September 13, 2005

Blogging For Cody, Day Two

Cody never had it easy growing up. When he was five his parents divorced and shortly after the divorce his father committed suicide. His relationship with his stepfather was never healthy but he was always optimistic.

He tried everything and kept himself very busy throughout his adolescence with sports. Of all the sports he participated in, cross country running was the one that he loved the most. He was involved with everything, everywhere. Church groups, school groups and was a rock that many leaned upon. He was a 'shirt off his back' kind of person and was an asset to our family and to the world in general.

You could call Cody anytime for help with something and he was there. He was a gigantic help to my sister when she had her third child who was quite a handful. He was there for me with my children as well. He did a lot of babysitting for us and would clean out our kitchen every time he came over. It was always a joke of "Cody's babysitting, I better go buy some ice cream".

He was the kind of guy the mothers wanted their daughters to marry. My mother-in-law always said "some woman is going to be real lucky one day when she marries him".

He had this habit of making surprise visits to people and I remember hearing the doorbell often and seeing his smiling face in the sidelight window next to the door. He would just stop by to say hello and play with my kids. His funeral was full of stories of his surprise visits and were such a comfort to us. My favorite one was from my brother who lives in Texas.

He and his family were sitting in their den one night and heard the front door open and someone start saying "hello, hello". My sister-in-law who had been undergoing chemotherapy was grabbing for her wig but at the same time wondering who just walked into their house like that. It was Cody; I don't even remember how he ended up in Dallas, but what a blessing it was for my brother and his family. They took a few days and enjoyed each others company. It was about six weeks after this that he was killed.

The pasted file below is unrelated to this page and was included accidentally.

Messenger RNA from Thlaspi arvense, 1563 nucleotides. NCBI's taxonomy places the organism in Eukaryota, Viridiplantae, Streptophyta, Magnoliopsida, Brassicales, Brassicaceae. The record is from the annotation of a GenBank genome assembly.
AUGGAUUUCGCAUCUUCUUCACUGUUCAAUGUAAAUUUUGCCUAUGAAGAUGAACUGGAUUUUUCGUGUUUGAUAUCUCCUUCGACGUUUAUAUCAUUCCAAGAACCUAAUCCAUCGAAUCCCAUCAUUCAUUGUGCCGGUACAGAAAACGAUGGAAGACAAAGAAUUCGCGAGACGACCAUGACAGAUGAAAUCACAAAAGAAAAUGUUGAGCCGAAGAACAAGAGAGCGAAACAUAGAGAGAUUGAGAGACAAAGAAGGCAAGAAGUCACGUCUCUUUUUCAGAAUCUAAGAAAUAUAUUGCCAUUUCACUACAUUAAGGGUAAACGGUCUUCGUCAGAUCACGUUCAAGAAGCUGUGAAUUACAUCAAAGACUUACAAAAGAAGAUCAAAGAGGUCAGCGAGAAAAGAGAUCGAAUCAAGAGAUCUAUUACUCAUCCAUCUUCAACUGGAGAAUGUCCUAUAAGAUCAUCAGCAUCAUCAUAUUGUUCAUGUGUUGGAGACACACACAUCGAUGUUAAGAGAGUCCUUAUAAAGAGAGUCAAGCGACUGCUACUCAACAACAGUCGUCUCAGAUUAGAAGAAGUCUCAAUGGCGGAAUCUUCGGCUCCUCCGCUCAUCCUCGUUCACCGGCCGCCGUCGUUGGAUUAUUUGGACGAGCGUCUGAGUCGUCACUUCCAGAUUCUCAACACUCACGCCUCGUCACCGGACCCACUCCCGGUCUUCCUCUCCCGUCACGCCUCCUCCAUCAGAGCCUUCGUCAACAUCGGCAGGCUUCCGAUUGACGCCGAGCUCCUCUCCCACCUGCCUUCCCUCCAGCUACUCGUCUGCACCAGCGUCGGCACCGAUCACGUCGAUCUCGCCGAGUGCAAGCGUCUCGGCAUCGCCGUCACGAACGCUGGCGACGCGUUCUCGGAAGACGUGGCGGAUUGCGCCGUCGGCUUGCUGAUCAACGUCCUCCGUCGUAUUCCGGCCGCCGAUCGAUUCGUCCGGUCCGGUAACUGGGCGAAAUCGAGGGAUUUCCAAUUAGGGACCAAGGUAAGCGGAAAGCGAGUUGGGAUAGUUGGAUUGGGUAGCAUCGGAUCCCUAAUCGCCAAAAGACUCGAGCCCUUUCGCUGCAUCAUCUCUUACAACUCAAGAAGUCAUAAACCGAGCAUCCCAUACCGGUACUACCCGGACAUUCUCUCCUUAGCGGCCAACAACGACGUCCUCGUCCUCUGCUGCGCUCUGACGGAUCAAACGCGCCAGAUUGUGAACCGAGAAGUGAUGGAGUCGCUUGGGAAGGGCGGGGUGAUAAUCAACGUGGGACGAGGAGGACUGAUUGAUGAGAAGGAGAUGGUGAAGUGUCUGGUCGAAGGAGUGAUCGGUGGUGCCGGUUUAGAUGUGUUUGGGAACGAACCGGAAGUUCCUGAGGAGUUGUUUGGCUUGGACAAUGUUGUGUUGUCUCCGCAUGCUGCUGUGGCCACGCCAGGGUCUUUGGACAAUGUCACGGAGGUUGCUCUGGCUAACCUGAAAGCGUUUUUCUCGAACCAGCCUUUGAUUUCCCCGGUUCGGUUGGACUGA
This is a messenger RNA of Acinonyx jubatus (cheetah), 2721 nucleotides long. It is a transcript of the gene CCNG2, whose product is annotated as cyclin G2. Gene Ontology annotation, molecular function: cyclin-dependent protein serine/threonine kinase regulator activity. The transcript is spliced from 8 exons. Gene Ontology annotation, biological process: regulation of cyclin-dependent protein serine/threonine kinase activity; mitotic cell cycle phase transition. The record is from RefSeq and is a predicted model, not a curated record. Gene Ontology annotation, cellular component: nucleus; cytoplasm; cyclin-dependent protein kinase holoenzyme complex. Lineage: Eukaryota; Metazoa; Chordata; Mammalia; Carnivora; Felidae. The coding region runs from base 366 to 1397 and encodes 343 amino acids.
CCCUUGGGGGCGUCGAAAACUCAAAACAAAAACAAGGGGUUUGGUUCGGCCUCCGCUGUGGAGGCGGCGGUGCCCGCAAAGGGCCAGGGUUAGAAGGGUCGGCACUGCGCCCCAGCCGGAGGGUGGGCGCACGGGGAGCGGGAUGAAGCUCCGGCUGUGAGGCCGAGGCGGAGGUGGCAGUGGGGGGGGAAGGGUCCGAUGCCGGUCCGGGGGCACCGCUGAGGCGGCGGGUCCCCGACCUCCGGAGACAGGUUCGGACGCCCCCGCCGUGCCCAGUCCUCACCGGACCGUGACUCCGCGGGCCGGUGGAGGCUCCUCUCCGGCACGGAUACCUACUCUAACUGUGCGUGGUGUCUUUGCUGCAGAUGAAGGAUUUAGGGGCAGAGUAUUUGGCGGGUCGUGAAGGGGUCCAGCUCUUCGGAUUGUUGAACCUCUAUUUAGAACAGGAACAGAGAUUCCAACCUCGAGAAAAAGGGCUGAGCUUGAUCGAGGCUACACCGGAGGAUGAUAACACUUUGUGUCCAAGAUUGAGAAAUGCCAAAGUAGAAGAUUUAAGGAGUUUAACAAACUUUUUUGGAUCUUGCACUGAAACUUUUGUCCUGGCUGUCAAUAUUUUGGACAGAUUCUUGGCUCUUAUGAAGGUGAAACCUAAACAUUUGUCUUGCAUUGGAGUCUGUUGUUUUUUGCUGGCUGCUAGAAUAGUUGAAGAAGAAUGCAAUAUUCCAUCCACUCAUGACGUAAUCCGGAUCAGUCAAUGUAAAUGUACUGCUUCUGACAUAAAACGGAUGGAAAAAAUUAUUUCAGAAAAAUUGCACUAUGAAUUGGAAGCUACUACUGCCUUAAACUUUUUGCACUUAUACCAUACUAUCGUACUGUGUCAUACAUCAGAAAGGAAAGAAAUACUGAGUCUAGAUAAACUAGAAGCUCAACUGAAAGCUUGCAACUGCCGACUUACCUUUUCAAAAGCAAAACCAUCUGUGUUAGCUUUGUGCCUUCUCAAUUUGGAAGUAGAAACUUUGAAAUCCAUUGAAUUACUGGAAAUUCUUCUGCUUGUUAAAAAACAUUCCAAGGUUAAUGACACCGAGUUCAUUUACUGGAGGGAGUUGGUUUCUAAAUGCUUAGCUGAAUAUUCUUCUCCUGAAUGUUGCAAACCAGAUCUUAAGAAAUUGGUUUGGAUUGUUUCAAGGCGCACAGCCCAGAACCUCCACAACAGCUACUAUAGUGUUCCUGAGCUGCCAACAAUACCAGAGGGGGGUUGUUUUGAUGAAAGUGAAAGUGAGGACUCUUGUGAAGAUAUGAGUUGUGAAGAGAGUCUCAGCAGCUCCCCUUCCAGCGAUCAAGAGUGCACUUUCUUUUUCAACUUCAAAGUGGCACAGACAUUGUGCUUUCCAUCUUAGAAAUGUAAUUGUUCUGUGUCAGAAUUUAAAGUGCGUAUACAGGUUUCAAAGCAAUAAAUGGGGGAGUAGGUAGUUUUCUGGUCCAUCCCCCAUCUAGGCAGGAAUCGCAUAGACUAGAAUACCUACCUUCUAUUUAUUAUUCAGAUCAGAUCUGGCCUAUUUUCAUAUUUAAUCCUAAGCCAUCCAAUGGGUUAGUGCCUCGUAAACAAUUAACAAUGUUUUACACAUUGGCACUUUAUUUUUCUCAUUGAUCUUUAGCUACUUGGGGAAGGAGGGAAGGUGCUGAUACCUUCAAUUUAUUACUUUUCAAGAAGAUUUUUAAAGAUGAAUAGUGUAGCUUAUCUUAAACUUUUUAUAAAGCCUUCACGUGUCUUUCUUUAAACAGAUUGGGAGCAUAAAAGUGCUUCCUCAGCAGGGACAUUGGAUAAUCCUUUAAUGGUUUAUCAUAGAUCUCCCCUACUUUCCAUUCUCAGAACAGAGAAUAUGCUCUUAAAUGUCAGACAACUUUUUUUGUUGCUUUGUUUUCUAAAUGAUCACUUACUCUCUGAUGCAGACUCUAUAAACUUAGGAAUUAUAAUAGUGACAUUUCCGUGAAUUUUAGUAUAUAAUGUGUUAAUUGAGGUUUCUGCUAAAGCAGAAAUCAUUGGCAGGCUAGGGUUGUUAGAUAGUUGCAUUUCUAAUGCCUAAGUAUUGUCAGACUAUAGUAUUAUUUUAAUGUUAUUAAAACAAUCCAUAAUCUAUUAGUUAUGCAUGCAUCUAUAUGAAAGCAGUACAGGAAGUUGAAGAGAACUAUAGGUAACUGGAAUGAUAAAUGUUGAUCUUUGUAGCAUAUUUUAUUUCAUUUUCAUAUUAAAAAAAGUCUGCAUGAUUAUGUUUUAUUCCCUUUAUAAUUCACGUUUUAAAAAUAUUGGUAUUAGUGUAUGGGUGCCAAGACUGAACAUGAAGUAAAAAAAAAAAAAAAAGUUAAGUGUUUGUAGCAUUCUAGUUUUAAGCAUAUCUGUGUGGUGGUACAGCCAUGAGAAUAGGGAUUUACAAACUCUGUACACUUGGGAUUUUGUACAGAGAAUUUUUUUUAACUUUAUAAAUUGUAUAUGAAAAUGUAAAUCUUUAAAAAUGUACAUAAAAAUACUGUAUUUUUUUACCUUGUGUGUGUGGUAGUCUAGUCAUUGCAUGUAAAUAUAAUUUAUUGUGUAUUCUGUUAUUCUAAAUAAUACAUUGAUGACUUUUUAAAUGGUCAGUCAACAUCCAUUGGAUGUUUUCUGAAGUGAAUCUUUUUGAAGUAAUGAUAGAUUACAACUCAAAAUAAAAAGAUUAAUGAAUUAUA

When my brother took him to a Rangers game they ran into people that Cody knew from Colorado. He was such a busybody that he knew people all across the country and even abroad.

My sister who works for a pediatric dentist/orthodontist has been participating in humanity missions around the world for her employer. Of all the places they've been, Romania touched their hearts the most. Her employer built his own clinic there in order to accommodate his staff and patients better. In the spring of 2000, Cody decided that he wanted to go to Romania with them for their summer mission trip. He was so touched by the children he met that he decided he wanted to follow in his mother's employers' foot steps. His plan was to attend Baylor after he graduated from the University of Wyoming and pursue a dental career that helped the needy.

I know that I will be unable to relay his 21 years in 5 days, because he was without doubt, the kindest, most giving person I've ever known. Everyone he knew felt honored to have known him; I, as his aunt, am humbled that we shared blood.

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Posted by Stacy at September 13, 2005 11:32 AM | TrackBack

What an amazing man indeed. Your tribute to his life makes me realize that an asset to our world was lost in his death.


Posted by: Paula at September 13, 2005 01:00 PM

The even more sad part of it is that all 8 of these boys who were killed were just like him. Eight loving, giving people killed by one waste of oxygen person.

Posted by: Stacy at September 13, 2005 01:19 PM

There are better places to be than here. There is more important work than work on Earth. Cody is still great. He is just somewhere better doing something more important. I appreciate your feelings toward drunk drivers. But donít let them steal your joy.

Posted by: bigwhitehat at September 13, 2005 02:49 PM

I know BWH, it's only Tuesday and this week is killing me.

Posted by: Stacy at September 13, 2005 02:57 PM

Stacy, I just found out about Cody today and I am so sorry for your loss. What a wonderful guy he was. I have many nephews who are now young men and I love them so much. I told my nephew Paul (35) the other day, "Death doesn't phase me and it never has yet, but the other day it crossed my mind that it could be you and I started to cry."

Posted by: Darlene at September 13, 2005 03:00 PM

Family tragedy can be used for positive results and what you are doing here is promoting the positive. Extremely good posting, God will bless you for it.

Posted by: BobG at September 13, 2005 10:22 PM